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Судебные дела / Зарубежная практика  / William P. Terrell III v. Commissioner., United States Tax Court - Memorandum Decision, T.C. Memo. 1990-323, Docket No. 19423-89., Filed June 27, 1990

William P. Terrell III v. Commissioner., United States Tax Court - Memorandum Decision, T.C. Memo. 1990-323, Docket No. 19423-89., Filed June 27, 1990

25.06.2008  

William P. Terrell III v. Commissioner.

United States Tax Court - Memorandum Decision

T.C. Memo. 1990-323

Docket No. 19423-89.

Filed June 27, 1990.

Christopher D. Rhodes, 1512 N. North Freeway, Conroe, Tex., for the petitioner. David B. Mora and Gregory S. Garland, for the respondent.

Memorandum Opinion

SCOTT, Judge: This case is before us on respondent's motion to dismiss for lack of jurisdiction and to strike allegations in the petition pertaining to petitioner's contention that his income taxes for the year here in issue were discharged in bankruptcy.

When the case was called for hearing in Houston, Texas on March 13, 1990, respondent appeared by counsel and petitioner appeared by a written statement of his counsel in lieu of attendance at the hearing. At the hearing, respondent's counsel stated that respondent was not requesting dismissal of the entire case for lack of jurisdiction, but only of those allegations with respect to the claim by petitioner that his taxes for the year in issue were discharged in bankruptcy. The Court stated that under the circumstances, the motion should be considered as a motion to strike the allegations with respect to the discharge of petitioner's taxes in bankruptcy on the ground that the Court lacked jurisdiction to determine whether petitioner's taxes had been discharged in bankruptcy. Counsel for respondent agreed that this was the proper motion to be considered.

Respondent contends that this case is not distinguishable in principle from the recent case of Neilson v. Commissioner [Dec. 46,301], 94 T.C. 1 (1990), in which we held that the Court lacked jurisdiction to determine whether taxes had been discharged in bankruptcy.

On February 27, 1990, subsequent to the time respondent's motion was set for hearing in Houston, Texas on the calendar commencing March 12, 1990, petitioner filed in the United States Bankruptcy Court for the Southern District of Texas, Houston Division, an application to reopen the bankruptcy case (bankruptcy case no. 88-06580-H3-7) which had been closed on February 8, 1989, after petitioner's discharge in bankruptcy. Reference to the filing of this application was made in the statement filed on behalf of petitioner in accordance with Rule 50(c) 1 . At the time of the hearing on respondent's motion, the application to reopen the bankruptcy case filed under section 350(b) of the Bankruptcy Code had not been acted upon by the bankruptcy court. The Court stated on the record at the hearing on respondent's motion that if petitioner's application to reopen his bankruptcy case was acted upon by the bankruptcy court, petitioner should notify this Court. We assume that petitioner's application to reopen his bankruptcy case has not been acted on by the bankruptcy court, since we have not been notified to the contrary. It is not clear whether petitioner takes the position that the filing of his application to reopen his bankruptcy case in the bankruptcy court causes any action in this Court to be stayed, but since certain of petitioner's arguments suggest that petitioner takes such a position, we will consider the issue here.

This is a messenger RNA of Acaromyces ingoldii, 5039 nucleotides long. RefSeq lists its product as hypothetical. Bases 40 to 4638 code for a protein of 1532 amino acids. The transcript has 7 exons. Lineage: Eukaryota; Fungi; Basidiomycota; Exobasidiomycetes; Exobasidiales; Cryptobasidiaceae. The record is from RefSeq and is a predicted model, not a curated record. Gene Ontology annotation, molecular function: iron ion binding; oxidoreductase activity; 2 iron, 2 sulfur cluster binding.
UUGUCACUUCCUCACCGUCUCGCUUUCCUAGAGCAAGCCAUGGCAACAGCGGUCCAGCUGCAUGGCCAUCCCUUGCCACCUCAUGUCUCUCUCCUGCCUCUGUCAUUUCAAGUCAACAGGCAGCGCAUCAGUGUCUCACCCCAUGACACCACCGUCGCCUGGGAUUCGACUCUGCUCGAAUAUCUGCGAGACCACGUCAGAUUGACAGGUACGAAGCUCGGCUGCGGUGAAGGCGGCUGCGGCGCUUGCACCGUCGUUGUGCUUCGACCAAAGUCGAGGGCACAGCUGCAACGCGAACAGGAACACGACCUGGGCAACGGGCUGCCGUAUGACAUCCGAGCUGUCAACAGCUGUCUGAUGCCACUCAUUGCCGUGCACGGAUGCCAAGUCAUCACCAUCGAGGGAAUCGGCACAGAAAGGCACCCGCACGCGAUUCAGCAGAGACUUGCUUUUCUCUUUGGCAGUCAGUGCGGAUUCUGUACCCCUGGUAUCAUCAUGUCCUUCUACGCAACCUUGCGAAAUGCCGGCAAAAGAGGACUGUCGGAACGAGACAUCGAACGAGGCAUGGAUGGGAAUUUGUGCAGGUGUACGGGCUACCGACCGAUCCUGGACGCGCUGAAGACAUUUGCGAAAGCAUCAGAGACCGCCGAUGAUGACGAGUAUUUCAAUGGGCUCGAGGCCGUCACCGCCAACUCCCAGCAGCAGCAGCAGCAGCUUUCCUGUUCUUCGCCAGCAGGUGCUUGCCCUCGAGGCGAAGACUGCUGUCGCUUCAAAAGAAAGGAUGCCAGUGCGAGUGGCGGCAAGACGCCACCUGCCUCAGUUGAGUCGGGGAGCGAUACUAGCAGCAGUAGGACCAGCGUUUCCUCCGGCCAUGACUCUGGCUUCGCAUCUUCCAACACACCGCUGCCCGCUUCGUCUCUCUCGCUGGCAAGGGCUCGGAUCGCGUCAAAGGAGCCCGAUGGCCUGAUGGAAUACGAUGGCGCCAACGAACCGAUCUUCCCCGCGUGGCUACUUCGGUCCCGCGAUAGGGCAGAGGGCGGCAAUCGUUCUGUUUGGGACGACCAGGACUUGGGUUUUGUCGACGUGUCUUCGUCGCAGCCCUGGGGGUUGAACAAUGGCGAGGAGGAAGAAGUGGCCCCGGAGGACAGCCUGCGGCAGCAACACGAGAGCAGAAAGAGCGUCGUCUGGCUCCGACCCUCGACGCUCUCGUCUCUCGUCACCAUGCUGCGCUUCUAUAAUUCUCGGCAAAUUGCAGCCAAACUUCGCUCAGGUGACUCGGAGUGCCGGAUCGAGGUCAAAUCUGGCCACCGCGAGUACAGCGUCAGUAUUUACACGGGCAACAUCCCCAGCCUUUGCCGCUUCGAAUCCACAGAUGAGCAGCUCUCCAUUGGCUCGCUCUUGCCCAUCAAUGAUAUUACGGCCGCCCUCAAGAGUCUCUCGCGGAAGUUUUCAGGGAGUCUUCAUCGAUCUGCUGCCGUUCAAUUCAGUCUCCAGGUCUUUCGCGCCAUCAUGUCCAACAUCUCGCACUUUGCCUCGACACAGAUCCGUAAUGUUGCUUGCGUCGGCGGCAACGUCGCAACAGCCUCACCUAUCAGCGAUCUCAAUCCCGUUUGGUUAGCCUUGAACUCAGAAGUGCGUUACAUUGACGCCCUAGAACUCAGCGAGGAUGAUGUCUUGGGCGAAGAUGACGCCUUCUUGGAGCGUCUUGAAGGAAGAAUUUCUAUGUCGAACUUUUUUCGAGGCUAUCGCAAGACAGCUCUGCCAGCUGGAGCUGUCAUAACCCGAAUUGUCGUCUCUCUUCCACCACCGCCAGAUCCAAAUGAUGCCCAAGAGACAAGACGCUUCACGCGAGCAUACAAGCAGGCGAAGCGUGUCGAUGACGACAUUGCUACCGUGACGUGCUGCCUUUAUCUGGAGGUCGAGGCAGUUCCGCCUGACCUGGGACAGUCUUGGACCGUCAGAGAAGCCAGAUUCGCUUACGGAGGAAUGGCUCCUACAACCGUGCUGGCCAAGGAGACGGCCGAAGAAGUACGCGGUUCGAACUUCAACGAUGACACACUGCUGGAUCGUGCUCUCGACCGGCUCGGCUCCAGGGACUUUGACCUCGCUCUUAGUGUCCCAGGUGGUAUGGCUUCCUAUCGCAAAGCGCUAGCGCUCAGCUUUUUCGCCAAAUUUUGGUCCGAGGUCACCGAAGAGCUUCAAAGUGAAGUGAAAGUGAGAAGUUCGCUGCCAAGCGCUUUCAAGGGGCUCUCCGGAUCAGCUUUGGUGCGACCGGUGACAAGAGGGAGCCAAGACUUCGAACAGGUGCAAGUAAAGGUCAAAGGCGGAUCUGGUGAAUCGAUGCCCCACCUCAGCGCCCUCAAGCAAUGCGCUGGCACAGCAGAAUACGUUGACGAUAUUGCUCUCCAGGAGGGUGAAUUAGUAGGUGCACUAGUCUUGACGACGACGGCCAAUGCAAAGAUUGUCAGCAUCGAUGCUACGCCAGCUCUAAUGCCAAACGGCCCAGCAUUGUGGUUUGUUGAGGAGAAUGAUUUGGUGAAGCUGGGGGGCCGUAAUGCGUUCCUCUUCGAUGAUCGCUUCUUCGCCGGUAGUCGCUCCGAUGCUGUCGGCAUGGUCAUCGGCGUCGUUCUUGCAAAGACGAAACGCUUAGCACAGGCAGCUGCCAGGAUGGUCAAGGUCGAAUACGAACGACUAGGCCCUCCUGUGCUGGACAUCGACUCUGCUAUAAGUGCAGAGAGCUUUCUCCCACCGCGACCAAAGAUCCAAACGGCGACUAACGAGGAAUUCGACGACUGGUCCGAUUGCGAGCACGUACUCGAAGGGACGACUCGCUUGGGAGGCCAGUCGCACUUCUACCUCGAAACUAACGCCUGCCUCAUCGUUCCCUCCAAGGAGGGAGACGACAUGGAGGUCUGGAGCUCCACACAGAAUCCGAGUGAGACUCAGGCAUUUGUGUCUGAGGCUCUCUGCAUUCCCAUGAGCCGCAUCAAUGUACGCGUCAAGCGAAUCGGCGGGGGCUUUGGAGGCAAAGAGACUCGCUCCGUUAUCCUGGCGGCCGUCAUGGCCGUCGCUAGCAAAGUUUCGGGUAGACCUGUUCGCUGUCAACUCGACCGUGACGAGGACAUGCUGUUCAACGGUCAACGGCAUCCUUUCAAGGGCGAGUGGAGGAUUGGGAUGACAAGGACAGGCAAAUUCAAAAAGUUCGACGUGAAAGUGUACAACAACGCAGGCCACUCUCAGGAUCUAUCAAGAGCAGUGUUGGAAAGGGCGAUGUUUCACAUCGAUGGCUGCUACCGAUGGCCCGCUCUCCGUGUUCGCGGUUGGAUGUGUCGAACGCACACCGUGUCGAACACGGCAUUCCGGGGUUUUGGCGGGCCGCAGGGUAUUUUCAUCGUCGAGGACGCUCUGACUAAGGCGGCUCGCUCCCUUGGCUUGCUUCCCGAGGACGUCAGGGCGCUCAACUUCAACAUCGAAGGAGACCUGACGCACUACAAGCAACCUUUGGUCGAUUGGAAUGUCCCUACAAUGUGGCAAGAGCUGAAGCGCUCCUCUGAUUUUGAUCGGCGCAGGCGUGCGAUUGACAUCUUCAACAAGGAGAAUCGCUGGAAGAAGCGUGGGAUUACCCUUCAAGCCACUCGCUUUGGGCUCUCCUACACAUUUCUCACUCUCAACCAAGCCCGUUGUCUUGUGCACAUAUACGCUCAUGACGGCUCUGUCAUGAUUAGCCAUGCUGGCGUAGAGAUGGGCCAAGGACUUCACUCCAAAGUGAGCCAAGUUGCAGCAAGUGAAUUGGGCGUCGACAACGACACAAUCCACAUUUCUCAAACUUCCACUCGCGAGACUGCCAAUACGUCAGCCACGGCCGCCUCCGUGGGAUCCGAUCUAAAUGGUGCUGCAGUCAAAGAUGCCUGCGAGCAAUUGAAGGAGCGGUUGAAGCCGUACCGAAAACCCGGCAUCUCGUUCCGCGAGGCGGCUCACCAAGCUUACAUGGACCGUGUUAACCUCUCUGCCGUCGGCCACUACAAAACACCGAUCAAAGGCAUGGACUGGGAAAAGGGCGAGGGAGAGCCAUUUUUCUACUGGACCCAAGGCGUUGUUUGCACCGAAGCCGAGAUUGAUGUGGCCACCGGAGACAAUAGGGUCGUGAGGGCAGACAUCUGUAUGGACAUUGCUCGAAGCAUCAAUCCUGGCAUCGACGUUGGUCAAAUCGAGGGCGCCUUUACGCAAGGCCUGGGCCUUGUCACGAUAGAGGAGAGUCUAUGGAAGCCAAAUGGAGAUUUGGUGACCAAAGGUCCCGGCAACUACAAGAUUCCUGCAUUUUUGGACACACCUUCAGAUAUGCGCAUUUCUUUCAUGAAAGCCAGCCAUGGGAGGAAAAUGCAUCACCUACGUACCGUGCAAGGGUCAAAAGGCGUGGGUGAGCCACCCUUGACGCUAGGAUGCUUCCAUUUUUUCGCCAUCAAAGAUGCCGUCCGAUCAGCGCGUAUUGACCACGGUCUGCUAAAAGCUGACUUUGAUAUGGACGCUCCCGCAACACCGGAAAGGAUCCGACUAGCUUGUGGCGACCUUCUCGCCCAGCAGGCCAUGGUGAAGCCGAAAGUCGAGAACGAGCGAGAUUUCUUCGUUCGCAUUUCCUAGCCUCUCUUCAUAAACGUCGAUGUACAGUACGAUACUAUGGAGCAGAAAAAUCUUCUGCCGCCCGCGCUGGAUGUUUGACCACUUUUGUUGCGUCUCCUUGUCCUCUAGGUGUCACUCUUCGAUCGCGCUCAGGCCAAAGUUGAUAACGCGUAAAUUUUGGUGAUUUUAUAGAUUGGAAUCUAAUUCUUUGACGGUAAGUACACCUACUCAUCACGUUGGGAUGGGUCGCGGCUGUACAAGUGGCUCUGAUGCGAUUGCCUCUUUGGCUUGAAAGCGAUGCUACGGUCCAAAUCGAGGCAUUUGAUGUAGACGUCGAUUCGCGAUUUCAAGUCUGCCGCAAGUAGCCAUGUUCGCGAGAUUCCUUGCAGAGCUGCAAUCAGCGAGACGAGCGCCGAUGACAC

**********

1 All section references are to the Internal Revenue Code of 1954 as applicable to the year here in issue and all Rule references are to the Tax Court Rules of Practice and Procedure.

**********